Rohingya refugees in Jammu pray for safety post Article 370
By Vishal Gulati
Aug 16, 2019
Jammu: Abrogation of Article 370 in Jammu and Kashmir will not change the status of the Rohingya refugees, the Bengali-dialect speaking Muslim minority from Myanmar who for the past few years have made Jammu their home.
The Rohingya refugees, however, fear being deported or put in illegal detention. They pray for peace and safety in Jammu so that they can stay here till they are able to return to their own country.
In Jammu, they are battling for day-to-day sustenance by doing menial jobs. Some 1,100 Rohingya families are living amid extremely poor hygienic conditions in the refugee camps in the city and nearby Samba town. They hope they could go back to their native country Myanmar ‘the moment normalcy returns there’.
Dil Mohammad, 60, father of six children, said he has no plans to settle permanently in India. “We came here after the Buddhist community attacked us and forced us to flee. We fled, leaving behind our homes and agricultural lands,” Mohammad, who is staying in a camp in the Kirana Talab area of Jammu city, told IANS.
He said striking down of Article 370 would not change their status. “We have nothing to do with Article 370 as nothing will change for us. We are not citizens of India and we are not demanding the citizenship here either. We came here as refugees, and we are longing to return to our homeland one day where we were doing farming,” he said.
Hundreds of Rohingya families have found refuge in Jammu owing to the work opportunities available in the unorganised labour sector here.
As per the local authorities, the first Rohingya family, comprising of the parents and two children, came here accidentally in 1994. That family was detained at the Kahna Chak police post, close to the Pakistan border. The family later settled as illegal immigrants in Jammu.
Later, more Rohingya refugees came here between 2007 and 2015 to eke out a living; a chunk of them are now working as rag-pickers or scrap dealers or earning by digging land for telephone cable contractors.
The Rohingya women, mainly widows, earn a living by extracting nuts from walnut shells.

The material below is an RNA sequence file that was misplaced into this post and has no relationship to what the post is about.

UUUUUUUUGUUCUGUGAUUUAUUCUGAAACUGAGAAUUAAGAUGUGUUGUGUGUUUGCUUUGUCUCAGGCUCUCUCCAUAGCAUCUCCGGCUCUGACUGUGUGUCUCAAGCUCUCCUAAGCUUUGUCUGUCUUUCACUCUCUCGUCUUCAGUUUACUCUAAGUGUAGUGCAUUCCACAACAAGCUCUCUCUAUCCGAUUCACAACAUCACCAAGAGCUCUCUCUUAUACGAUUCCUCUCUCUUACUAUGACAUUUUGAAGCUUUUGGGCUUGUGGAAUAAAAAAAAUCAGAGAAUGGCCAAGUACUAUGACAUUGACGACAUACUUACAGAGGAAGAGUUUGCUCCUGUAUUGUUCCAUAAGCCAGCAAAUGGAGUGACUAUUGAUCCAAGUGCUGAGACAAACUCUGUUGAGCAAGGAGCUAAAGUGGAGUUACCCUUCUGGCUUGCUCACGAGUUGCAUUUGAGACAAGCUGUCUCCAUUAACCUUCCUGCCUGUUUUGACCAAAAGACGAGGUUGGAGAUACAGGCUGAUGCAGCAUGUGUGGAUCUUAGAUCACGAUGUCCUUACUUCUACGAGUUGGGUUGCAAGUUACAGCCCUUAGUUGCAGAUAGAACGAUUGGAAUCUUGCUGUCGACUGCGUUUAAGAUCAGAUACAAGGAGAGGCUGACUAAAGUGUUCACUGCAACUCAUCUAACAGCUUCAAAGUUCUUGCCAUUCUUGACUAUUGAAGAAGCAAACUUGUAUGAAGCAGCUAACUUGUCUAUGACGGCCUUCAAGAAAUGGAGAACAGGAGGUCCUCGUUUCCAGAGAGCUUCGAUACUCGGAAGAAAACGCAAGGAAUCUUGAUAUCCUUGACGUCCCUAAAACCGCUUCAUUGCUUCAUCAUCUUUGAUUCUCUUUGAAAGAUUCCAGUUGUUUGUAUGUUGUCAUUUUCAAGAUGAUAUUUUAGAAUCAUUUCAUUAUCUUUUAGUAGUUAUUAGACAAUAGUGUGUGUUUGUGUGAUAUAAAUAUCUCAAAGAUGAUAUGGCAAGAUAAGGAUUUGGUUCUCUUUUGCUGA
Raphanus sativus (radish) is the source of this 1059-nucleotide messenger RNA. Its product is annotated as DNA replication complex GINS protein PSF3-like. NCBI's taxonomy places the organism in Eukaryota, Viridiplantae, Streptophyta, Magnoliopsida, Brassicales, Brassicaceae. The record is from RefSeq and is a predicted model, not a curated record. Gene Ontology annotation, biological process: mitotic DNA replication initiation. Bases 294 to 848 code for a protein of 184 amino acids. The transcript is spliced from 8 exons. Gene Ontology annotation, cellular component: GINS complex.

A handful of educated Rohingyas have got jobs in private enterprises. One of them is Mohammad Tahir, who is pursuing Bachelor of Arts from Indira Gandhi National Open University (IGNOU).
“We want to return to our country as we have no future here. Fearing resentment and anger against the refugees, the local factories are not willing to offer jobs to us. So most of us are involved in petty jobs like rag-picking or setting up kiosks that too in slums,” Tahir told IANS.
He said most of the children of Rohingya refugees living in a refugee camp in Kirana Talab are studying in a nearby Government Middle School. A few of them are now studying in class XI.
Most of the Rohingya refugees speak Hindi. “When we came here in 2008, we knew Urdu also. After seeing Hindi movies and television serials, we learnt Hindi too,” another refugee Mustaq Mohammad said.
Roadside ice-cream seller Hari Nath said a majority of the Rohingya refugees do not believe in hostility and prefer to live in brotherhood. “It is wrong to label them as criminals,” he said.
From time to time, Hindu hardline groups have been demanding the eviction of the Rohingya refugees from Jammu, which has the biggest population of Rohingyas in the country after Delhi.
In 2017, the Jammu and Kashmir National Panthers Party put up hoardings in Jammu, asking Rohingya and Bangladeshi refugees to ‘quit Jammu’.
Bharatiya Janata Party (BJP) state unit spokesperson Sunil Sethi said that the Rohingya refugees are a security threat and they should be evicted from Jammu.
“The Rohingya refugees are illegal immigrants and they should be sent back immediately. They are also a high security threat,” Sethi told IANS. According to him, around 30,000 Rohingya refugees are settled in Jammu and nearby areas.
Police officials, however, say there is no evidence so far linking Rohingya refugees with terror activities. “There are stray cases of petty crimes like theft or quarrels with the Rohingya refugees,” said a top police officer, who did not wish to be identified.
The United Nations High Commissioner for Refugees (UNHCR) has registered and issued identity cards to a majority of the Rohingyas to protect them from harassment and arbitrary arrest.
Syed Hussain, a refugee in Maratha Mohalla near the railway station, said the local authorities were cooperating with those who have UNHCR identity cards. Even the police are not harassing them unnecessarily.
With no medical facilities available, the Rohingya refugees mostly rely on the faith healers from their own community.
Researcher Shabaz Kazmi of Jammu University told IANS that the Rohingya settlements lack basic amenities. “They are living in unhygienic conditions with water sources contaminated by faeces and inhabitants suffering from tuberculosis and scabies,” he said. They have a patriarchal society, where the men work and the women stay at home. Only destitutes and widows work in factories. Kazmi is doing his doctoral degree on the Rohingya refugees.